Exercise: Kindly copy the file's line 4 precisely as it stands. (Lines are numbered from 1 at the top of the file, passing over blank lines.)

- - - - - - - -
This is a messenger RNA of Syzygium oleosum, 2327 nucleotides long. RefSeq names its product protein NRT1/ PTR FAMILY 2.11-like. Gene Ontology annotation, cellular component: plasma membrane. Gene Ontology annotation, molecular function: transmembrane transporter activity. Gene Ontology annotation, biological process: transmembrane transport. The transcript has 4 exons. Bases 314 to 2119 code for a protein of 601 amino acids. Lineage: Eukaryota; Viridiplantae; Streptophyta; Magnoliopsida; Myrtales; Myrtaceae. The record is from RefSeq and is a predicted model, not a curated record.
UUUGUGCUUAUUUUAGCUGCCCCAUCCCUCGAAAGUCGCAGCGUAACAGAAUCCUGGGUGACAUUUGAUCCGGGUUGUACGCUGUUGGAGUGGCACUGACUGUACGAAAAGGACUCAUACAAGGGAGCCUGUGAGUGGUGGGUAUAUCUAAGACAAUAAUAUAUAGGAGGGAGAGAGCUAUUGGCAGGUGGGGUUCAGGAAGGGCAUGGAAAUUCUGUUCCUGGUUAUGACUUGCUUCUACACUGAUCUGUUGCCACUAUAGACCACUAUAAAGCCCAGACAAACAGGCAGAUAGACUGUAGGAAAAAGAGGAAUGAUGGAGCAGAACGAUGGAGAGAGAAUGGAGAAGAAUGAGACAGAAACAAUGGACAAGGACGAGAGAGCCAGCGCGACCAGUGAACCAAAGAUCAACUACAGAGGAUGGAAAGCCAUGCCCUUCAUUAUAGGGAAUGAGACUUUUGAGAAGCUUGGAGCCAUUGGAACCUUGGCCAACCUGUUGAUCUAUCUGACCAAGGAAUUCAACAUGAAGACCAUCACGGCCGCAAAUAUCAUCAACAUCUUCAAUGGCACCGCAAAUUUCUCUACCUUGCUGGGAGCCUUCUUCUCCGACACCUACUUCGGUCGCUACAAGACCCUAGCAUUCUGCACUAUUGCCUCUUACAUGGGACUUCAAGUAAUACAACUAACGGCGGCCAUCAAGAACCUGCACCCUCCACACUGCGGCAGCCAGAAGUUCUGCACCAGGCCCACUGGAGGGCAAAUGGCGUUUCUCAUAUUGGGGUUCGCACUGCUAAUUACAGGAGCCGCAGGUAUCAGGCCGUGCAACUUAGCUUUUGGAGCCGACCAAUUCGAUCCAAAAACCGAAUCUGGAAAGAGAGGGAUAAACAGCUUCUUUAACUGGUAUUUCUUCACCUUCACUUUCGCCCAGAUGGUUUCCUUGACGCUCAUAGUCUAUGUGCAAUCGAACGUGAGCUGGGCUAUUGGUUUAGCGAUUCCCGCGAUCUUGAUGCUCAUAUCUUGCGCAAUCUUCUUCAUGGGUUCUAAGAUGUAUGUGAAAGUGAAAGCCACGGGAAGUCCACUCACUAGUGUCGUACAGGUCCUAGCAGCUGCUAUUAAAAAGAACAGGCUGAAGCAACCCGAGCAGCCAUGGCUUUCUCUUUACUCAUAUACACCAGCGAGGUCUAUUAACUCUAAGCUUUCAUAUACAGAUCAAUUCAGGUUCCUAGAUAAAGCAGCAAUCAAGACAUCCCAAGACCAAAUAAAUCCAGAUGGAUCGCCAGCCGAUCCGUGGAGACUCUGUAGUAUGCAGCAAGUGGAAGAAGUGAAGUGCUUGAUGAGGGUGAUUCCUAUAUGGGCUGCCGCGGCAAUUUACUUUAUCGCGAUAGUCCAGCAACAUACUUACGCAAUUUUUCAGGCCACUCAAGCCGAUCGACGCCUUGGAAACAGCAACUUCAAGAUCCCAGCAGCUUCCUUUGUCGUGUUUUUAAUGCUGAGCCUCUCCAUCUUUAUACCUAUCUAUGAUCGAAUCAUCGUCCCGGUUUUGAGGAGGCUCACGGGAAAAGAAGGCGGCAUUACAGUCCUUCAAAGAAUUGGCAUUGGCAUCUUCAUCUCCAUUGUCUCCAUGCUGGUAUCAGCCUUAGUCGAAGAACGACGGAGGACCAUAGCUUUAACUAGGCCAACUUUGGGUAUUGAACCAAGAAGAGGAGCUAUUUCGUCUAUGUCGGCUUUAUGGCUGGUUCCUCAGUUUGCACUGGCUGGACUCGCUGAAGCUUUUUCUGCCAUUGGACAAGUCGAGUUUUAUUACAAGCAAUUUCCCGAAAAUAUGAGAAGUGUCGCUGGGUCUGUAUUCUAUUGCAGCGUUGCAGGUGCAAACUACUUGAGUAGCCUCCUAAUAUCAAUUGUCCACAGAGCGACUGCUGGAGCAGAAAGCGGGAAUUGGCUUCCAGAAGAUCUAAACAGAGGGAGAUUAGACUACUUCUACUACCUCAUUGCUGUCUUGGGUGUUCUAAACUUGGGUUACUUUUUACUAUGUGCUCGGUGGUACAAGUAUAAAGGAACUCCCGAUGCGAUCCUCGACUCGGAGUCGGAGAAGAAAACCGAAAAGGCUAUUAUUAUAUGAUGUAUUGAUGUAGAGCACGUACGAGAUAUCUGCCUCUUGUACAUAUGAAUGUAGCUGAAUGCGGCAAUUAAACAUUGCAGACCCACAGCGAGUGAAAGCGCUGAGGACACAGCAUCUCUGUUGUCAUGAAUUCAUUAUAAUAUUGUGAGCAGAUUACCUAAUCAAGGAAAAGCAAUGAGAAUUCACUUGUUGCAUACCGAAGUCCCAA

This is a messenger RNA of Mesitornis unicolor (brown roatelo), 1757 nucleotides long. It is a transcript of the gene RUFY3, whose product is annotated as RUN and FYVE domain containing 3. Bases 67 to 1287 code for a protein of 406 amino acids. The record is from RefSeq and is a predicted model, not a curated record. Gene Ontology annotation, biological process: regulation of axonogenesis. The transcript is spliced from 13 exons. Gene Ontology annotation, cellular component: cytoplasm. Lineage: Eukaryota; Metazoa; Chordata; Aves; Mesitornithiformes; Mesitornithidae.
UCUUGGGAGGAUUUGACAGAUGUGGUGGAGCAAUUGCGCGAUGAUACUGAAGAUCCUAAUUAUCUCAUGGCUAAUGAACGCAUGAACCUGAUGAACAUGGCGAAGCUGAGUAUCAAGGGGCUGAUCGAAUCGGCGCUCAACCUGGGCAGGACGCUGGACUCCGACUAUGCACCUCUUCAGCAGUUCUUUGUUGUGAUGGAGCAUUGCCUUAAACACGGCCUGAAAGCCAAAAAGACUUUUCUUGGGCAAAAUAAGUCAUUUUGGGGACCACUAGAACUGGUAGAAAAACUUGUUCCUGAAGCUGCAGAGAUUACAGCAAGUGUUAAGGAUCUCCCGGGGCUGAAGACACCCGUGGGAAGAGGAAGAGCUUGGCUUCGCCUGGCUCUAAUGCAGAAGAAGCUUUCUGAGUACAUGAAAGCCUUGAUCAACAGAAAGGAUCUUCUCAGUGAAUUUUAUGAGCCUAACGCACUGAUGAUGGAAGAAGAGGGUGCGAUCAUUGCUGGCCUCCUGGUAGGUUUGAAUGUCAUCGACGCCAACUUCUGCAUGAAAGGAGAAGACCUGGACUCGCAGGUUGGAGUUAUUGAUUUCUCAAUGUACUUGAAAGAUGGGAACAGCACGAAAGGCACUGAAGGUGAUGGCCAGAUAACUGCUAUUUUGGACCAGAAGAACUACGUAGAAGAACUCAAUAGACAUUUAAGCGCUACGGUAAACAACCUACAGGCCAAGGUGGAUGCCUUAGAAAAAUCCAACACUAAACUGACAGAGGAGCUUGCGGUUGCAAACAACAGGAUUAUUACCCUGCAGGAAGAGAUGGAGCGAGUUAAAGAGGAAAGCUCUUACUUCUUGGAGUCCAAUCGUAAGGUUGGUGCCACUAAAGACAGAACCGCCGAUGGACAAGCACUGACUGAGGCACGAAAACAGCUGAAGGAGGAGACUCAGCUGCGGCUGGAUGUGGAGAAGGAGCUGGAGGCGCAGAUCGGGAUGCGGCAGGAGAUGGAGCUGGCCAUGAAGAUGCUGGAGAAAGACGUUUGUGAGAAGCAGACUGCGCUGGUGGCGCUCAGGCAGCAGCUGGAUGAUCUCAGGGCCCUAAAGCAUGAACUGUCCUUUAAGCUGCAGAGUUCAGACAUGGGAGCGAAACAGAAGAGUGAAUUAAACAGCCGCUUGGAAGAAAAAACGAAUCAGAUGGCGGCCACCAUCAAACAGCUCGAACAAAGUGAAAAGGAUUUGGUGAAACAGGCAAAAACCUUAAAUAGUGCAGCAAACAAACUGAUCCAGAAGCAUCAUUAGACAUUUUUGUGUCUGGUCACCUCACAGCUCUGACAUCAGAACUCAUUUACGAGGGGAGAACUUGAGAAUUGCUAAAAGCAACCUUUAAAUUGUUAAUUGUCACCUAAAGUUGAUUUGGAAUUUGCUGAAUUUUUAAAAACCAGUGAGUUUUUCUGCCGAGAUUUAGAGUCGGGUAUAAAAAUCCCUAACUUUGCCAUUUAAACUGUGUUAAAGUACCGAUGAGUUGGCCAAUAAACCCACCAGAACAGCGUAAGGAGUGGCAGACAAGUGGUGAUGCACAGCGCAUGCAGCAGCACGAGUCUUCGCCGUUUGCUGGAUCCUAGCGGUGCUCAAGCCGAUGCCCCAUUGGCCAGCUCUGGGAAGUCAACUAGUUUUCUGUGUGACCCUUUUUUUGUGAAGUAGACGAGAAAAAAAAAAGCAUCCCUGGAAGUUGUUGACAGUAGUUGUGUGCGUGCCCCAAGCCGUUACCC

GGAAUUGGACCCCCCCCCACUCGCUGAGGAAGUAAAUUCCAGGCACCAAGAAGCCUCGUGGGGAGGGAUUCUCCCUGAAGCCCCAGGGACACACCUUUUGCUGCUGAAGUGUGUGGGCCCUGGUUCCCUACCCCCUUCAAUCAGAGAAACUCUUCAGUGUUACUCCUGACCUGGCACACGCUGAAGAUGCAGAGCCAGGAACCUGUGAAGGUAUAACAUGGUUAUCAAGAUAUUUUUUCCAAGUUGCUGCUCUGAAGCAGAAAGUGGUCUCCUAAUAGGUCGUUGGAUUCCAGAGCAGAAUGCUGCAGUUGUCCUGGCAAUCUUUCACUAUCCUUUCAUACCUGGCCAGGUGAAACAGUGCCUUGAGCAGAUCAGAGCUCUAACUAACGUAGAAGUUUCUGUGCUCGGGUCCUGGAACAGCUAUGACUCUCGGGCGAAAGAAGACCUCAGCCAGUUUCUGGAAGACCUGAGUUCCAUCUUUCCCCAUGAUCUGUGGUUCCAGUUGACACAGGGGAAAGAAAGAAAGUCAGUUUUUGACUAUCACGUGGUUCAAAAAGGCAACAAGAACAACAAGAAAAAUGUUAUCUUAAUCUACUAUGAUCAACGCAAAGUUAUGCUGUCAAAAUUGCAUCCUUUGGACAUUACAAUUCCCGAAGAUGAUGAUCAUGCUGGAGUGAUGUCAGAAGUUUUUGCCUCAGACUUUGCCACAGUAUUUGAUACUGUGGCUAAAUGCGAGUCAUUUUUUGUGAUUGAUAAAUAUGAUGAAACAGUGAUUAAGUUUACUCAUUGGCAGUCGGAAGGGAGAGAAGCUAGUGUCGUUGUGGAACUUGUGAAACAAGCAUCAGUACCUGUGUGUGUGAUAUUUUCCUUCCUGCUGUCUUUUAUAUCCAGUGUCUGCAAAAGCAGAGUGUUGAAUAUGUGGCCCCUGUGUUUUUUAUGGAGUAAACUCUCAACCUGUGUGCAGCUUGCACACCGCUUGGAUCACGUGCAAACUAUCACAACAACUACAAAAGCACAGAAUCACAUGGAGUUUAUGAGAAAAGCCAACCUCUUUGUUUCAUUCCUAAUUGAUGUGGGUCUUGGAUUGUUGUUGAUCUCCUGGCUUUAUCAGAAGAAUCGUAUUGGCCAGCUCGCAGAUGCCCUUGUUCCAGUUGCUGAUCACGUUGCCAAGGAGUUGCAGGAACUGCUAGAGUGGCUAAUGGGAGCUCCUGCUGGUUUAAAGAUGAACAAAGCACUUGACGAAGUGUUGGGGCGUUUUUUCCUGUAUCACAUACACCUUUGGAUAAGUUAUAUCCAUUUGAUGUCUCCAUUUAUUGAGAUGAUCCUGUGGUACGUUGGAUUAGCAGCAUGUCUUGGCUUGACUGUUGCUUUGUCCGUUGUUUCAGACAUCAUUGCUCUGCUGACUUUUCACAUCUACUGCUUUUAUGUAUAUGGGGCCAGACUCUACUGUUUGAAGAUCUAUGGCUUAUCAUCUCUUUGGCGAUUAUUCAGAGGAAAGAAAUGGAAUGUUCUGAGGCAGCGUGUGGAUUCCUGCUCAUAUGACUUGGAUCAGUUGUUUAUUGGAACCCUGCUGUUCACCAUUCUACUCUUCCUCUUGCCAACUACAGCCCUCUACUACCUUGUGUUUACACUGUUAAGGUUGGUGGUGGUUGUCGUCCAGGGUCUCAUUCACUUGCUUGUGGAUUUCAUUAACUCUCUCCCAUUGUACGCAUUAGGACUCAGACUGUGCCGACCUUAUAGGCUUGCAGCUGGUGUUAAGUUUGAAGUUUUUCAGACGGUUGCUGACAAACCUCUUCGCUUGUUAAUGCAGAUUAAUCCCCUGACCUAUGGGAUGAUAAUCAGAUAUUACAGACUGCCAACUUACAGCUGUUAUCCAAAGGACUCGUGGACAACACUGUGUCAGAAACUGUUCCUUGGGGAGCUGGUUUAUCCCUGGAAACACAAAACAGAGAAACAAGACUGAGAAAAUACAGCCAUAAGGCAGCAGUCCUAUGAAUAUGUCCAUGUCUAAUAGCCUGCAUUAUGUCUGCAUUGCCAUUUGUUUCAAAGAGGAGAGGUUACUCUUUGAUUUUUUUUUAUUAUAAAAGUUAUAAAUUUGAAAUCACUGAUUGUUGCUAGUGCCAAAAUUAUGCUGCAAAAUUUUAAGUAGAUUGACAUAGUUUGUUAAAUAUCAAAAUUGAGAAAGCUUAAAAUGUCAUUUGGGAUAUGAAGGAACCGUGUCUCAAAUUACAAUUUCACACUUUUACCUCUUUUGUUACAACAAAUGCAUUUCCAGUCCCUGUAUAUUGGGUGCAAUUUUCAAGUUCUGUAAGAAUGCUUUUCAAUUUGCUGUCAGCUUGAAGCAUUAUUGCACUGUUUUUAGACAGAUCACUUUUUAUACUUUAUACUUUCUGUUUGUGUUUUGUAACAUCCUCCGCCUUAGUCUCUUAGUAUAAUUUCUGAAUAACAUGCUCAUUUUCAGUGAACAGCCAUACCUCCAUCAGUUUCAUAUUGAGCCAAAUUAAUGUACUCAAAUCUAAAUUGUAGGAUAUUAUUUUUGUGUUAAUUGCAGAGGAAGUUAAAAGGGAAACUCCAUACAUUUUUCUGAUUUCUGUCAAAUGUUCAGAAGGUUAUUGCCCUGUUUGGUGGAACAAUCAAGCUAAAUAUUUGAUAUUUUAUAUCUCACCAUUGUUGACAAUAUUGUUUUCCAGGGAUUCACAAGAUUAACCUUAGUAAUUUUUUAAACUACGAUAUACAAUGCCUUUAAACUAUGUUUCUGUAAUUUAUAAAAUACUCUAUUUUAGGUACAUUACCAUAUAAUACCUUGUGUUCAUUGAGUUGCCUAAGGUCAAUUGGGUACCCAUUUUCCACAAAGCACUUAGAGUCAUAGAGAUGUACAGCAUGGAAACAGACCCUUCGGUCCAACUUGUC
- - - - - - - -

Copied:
UCUUGGGAGGAUUUGACAGAUGUGGUGGAGCAAUUGCGCGAUGAUACUGAAGAUCCUAAUUAUCUCAUGGCUAAUGAACGCAUGAACCUGAUGAACAUGGCGAAGCUGAGUAUCAAGGGGCUGAUCGAAUCGGCGCUCAACCUGGGCAGGACGCUGGACUCCGACUAUGCACCUCUUCAGCAGUUCUUUGUUGUGAUGGAGCAUUGCCUUAAACACGGCCUGAAAGCCAAAAAGACUUUUCUUGGGCAAAAUAAGUCAUUUUGGGGACCACUAGAACUGGUAGAAAAACUUGUUCCUGAAGCUGCAGAGAUUACAGCAAGUGUUAAGGAUCUCCCGGGGCUGAAGACACCCGUGGGAAGAGGAAGAGCUUGGCUUCGCCUGGCUCUAAUGCAGAAGAAGCUUUCUGAGUACAUGAAAGCCUUGAUCAACAGAAAGGAUCUUCUCAGUGAAUUUUAUGAGCCUAACGCACUGAUGAUGGAAGAAGAGGGUGCGAUCAUUGCUGGCCUCCUGGUAGGUUUGAAUGUCAUCGACGCCAACUUCUGCAUGAAAGGAGAAGACCUGGACUCGCAGGUUGGAGUUAUUGAUUUCUCAAUGUACUUGAAAGAUGGGAACAGCACGAAAGGCACUGAAGGUGAUGGCCAGAUAACUGCUAUUUUGGACCAGAAGAACUACGUAGAAGAACUCAAUAGACAUUUAAGCGCUACGGUAAACAACCUACAGGCCAAGGUGGAUGCCUUAGAAAAAUCCAACACUAAACUGACAGAGGAGCUUGCGGUUGCAAACAACAGGAUUAUUACCCUGCAGGAAGAGAUGGAGCGAGUUAAAGAGGAAAGCUCUUACUUCUUGGAGUCCAAUCGUAAGGUUGGUGCCACUAAAGACAGAACCGCCGAUGGACAAGCACUGACUGAGGCACGAAAACAGCUGAAGGAGGAGACUCAGCUGCGGCUGGAUGUGGAGAAGGAGCUGGAGGCGCAGAUCGGGAUGCGGCAGGAGAUGGAGCUGGCCAUGAAGAUGCUGGAGAAAGACGUUUGUGAGAAGCAGACUGCGCUGGUGGCGCUCAGGCAGCAGCUGGAUGAUCUCAGGGCCCUAAAGCAUGAACUGUCCUUUAAGCUGCAGAGUUCAGACAUGGGAGCGAAACAGAAGAGUGAAUUAAACAGCCGCUUGGAAGAAAAAACGAAUCAGAUGGCGGCCACCAUCAAACAGCUCGAACAAAGUGAAAAGGAUUUGGUGAAACAGGCAAAAACCUUAAAUAGUGCAGCAAACAAACUGAUCCAGAAGCAUCAUUAGACAUUUUUGUGUCUGGUCACCUCACAGCUCUGACAUCAGAACUCAUUUACGAGGGGAGAACUUGAGAAUUGCUAAAAGCAACCUUUAAAUUGUUAAUUGUCACCUAAAGUUGAUUUGGAAUUUGCUGAAUUUUUAAAAACCAGUGAGUUUUUCUGCCGAGAUUUAGAGUCGGGUAUAAAAAUCCCUAACUUUGCCAUUUAAACUGUGUUAAAGUACCGAUGAGUUGGCCAAUAAACCCACCAGAACAGCGUAAGGAGUGGCAGACAAGUGGUGAUGCACAGCGCAUGCAGCAGCACGAGUCUUCGCCGUUUGCUGGAUCCUAGCGGUGCUCAAGCCGAUGCCCCAUUGGCCAGCUCUGGGAAGUCAACUAGUUUUCUGUGUGACCCUUUUUUUGUGAAGUAGACGAGAAAAAAAAAAGCAUCCCUGGAAGUUGUUGACAGUAGUUGUGUGCGUGCCCCAAGCCGUUACCC